The History and Hidden Gems of Parkdale Cromdale

The History and Hidden Gems of Parkdale Cromdale
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Last week we had the opportunity to sit down with Cromdale residents Melanie Moore, Jim Gendron, and Bill McGowan. We were interested in learning more about the stories behind Parkdale and Cromdale neighbourhoods. We learned that this community is full of history and treasures that are unique to Edmonton. With that in mind, we wanted to share the experiences and knowledge of these community members and expand our appreciation for the neighborhood we are involved in.


Moore has recently researched the history of the neighbourhood.The land Parkdale Cromdale was founded on includes 3 river lots. In the 1870s the river lots were owned by James Kirkness, Frederick Rowland (son of the famous William Rowland), and James McDonald. Frederick Rowland owned the land on which Parkdale was built, while James Macdonald founded Cromdale, which included parts of his and James Kirkness’ riverlots. In taking a look at where Cromdale and Parkdale’s names originated, Moore had found that “Cromdale got its name from the word Crooked Valley.” While speculation remains involving Parkdale’s name, Moore suspects that it’s due to the fact that many major cities in Canada have a neighborhood called Parkdale. In the early 20th century Cromdale and Parkdale were sought-after neighbourhoods. McGowan revealed that “the business elite moved into Viewpoint” including doctors, politicians, and, of course, Sheriff Robertson, a prominent City official for which a park has been named. There are several original homes in the neighbourhoods adding to its charm and appeal. “A lot of the hidden treasures are linked to the history of the area,” Moore commented

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As the conversation turned towards the topic of the beautiful Kinnaird Ravine, Moore explained that its original name was Rat Creek Ravine, due to the presence of muskrats, which were harvested for furs.  In Stutchbury Park, “there’s a commemorative sign that notes the Northwest Mounted Police, including Sam Steele, camped at the mouth of the the Rat Creek Ravine in 1874 before turning to Fort Edmonton,” Gendron pointed out. “They were marching west to bring law and order to the Northwest Territories. Sam (the second in command) and Jarvis (the commanding officer) stopped their group and went ahead to Fort Edmonton for permission to proceed..”

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Although the history has captured the hearts of these three community members, there was plenty to say about the natural setting around the neighborhood. “Nature! When you get into the trail, this close to downtown, you don’t even hear the traffic. You don’t realize you’re in the heart of a metropolitan area and we’re trying to keep it that way,” McGowan noted. He went on later to express that he loves “walking the ravine after a snowfall when the only prints on the ground are the rabbits, coyotes, and squirrels. Windstorms too, seeing where the trees have fallen and taking a look at the out shoots. It’s nice to get away from the noise of the city.” The others agreed wholeheartedly.Moore said that it’s something she misses when she is unable to walk the trail for a few days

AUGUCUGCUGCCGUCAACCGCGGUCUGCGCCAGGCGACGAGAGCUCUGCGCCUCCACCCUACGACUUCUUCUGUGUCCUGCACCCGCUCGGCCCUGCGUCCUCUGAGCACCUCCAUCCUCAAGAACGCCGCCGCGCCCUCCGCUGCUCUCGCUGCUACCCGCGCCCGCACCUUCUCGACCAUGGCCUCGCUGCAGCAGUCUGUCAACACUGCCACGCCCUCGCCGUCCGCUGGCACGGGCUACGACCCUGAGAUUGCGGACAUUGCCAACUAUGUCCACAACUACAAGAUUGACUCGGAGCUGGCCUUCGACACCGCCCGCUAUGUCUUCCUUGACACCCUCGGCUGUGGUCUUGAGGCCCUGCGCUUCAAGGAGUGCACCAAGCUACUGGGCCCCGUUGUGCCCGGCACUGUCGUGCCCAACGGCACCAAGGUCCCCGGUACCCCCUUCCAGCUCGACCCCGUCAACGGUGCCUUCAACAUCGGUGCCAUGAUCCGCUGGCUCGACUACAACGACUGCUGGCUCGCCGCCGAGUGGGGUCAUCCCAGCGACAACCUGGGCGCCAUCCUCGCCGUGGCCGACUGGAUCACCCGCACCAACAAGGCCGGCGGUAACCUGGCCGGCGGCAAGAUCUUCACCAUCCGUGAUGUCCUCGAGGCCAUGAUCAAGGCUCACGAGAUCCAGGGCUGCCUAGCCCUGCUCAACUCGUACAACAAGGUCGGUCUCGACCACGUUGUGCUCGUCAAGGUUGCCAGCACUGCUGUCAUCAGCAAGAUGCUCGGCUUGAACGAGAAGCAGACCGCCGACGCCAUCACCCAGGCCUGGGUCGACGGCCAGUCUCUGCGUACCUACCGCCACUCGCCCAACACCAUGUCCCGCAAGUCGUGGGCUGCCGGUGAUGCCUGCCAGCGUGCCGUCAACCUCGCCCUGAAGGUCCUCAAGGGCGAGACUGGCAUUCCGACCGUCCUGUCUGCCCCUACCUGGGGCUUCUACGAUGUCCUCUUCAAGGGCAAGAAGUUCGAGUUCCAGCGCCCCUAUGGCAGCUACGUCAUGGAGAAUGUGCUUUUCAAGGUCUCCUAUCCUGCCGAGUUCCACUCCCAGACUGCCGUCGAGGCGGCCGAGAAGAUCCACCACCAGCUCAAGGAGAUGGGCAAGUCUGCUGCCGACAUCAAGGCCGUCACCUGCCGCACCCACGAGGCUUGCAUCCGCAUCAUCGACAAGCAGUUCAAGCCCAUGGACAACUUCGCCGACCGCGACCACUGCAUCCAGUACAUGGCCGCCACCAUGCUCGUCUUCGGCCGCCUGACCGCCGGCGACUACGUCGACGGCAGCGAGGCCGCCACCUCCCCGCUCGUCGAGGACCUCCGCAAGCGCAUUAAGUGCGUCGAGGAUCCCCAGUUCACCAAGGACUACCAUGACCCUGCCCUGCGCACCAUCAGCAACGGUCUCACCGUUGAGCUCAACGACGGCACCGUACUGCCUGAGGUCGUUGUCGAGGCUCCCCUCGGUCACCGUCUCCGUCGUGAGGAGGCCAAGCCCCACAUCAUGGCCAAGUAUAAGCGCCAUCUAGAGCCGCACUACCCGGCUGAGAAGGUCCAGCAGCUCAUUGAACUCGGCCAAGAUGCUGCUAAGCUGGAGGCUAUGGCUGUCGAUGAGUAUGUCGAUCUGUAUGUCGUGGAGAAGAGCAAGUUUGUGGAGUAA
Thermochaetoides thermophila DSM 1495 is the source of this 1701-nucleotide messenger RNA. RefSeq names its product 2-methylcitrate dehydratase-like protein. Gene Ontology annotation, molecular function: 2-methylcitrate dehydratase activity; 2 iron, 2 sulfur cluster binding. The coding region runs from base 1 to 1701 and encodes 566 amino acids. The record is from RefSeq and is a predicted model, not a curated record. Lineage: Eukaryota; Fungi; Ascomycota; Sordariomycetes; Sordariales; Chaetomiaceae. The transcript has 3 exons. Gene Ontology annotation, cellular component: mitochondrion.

With a variety of green spaces, trails, and parks, there is no denying that Parkdale and Cromdale allow residents to escape to nature, although it appears that this living space is often discovered through chance rather than purpose. “It was 1981 and we happened upon this area. We were looking for an older house and neighborhood. “with the wide baseboards, high ceilings, old style windows - it was just what we were looking for. That and the river valley trails. You can walk anywhere really, you have access to transportation, the health center, and grocery stores. For senior housing, it’s incredibly convenient,” said McGowan. Gendron continued on that thought, considering Parkdale Cromdale “one of the best spots in Edmonton for accessibility and history.”

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Moore, Gendron, and McGowan have worked on ensuring that their community is well looked after. This is done in a variety of ways, including a yearly ravine clean up during the spring which started in 1981. Each year McGowan gathers people from the neighborhood and the group starts cleaning from the LRT to the River Valley. During this time, they pick up debris to allow everyone’s enjoyment of the trails and to foster the growth of the nature around it.
The other aspect that the group focuses on is safety and communication. “Bill has lead a lot of initiatives to keep the neighborhood safe” Moore emphasized. 


The future looks bright for the Parkdale and Cromdale neighbourhoods.  Developments underway include the Kinnaird Ravine-Dawson Park  Master plan, Stadium Station Area Redevelopment Plan, Norwood Boulevard Plan and the Exhibition Lands Area Redevelopment Plan,” Moore listed. “It feels like we’re at this turning point in our neighborhood where there is an opportunity to make the most out of this beautiful environment and the history and make it a strong community by taking advantage of it’s best assets (the river valley and park space). We’ve been trying to help the City Councillors and planners see how important it is to do this right.”

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There is more to Parkdale Cromdale than meets the eye and it’s residents enjoy the hidden gems and history of their neighborhood daily. We are grateful to Moore, Gendron, and McGowan for providing us with insight into this community and the opportunity we had to learn more about it. We are proud of the community in which our league is built and believe these moments of admiration for our neighborhood allow us to grow in our ability to aid it.